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Movie Review

Peter Rabbit

Peter Rabbit
James Corden plays the Ferris Bueller of rabbits in the modern screen version of "Peter Rabbit." Sony Pictures Entertainment.

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Rated PG for some rude humor and action. One hour, 33 minutes.
Publication date: Feb. 9, 2018
Review by Peter Canavese
Released: (2018)

It's tempting to attack Sony's big-budget, animation-franchise launch of "Peter Rabbit" for adulterating its delicate source material. Beatrix Potter's beloved 1902-1912 series of children's books about a family of rabbits had a touch of edge about them, but they're remembered for a classical gentility, whereas Will Gluck's feature adaptation takes the tack of in-your-face brashness, goosed by high-energy pop music and literally winking self-referential humor.
Die-hard lovers of Potter's books get to see Peter (James Corden); his sisters Flopsy (current Oscar nominee Margot Robbie), Mopsy (Elizabeth Debicki of "The Cloverfield Paradox"), and Cottontail (Daisy Ridley of "Star Wars"); threatening human Mr. McGregor (an unrecognizable Sam Neill); Peter's cousin Benjamin Bunny (Matt Lucas); and even hedgehog Mrs. Tiggy-Winkle (Sia).
Almost right out of the gate, Gluck's "Peter Rabbit" (co-written by Rob Lieber) insists upon its modernism. This Peter is more than a garden-variety rascal; he's the Ferris Bueller of rabbits. As such, many will love him, and many will find his zany wisecracks, blatant selfishness and borderline amorality repulsive.
This idea of out with the old and in with the new occurs early in the movie, when old Mr. McGregor gets carted away and replaced by his younger version: his great-nephew Thomas McGregor (Domhnall Gleeson). This uptight Londoner moves into his great-uncle's country house, begins tending his garden and takes note of his pretty, single-lady neighbor "Bea"(Rose Byrne).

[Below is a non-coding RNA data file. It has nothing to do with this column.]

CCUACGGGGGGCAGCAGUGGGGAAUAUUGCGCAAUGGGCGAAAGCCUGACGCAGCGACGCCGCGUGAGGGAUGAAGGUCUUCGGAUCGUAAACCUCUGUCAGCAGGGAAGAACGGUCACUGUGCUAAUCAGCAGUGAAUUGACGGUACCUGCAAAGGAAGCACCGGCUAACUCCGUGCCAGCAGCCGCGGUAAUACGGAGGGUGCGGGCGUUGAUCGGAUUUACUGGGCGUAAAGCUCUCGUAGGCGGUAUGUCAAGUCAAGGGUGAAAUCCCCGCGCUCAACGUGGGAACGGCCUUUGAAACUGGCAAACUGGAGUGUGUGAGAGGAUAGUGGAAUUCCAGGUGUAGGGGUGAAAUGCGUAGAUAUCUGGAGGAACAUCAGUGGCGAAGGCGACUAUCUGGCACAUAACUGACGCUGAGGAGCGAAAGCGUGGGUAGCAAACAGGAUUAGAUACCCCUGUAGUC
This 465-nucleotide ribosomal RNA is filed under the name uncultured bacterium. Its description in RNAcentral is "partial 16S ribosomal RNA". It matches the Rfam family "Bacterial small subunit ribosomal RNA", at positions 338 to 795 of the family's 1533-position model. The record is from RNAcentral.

Bea spends much of her time palling around with Peter's family and defending them from angry McGregors after the anthropomorphic critters' latest vegetable heist from the aforementioned garden. Young McGregor hates the animals with an ever-escalating homicidal rage but hides his vitriol as he woos Bea. What develops rests somewhere between Byrne's "Neighbors" movies and the "Home Alone" movies: a community competition with nasty slapstick battles.
Traditionalists will visualize Potter rolling in her grave, but let's face facts: "Peter Rabbit" will get kids giggling, and the "Love, Actually" rom-com subplot will charm most of their parents. Gleeson and Byrne turn in winning performances, and the whole enterprise proves reasonably witty. Gluck, who's known for live-action fare like "Easy A" and the recent "Annie" redo, shows a knack for sight gags (a cups and balls bit involving flower pots is a good example) and has a game comedic collaborator in Gleeson, who's obviously having a ball. The "Paddington" movies provide a more likeable balance of sweetness and contemporary humor, but don't expect the wee ones to notice as they squeal with delight at "Peter Rabbit."

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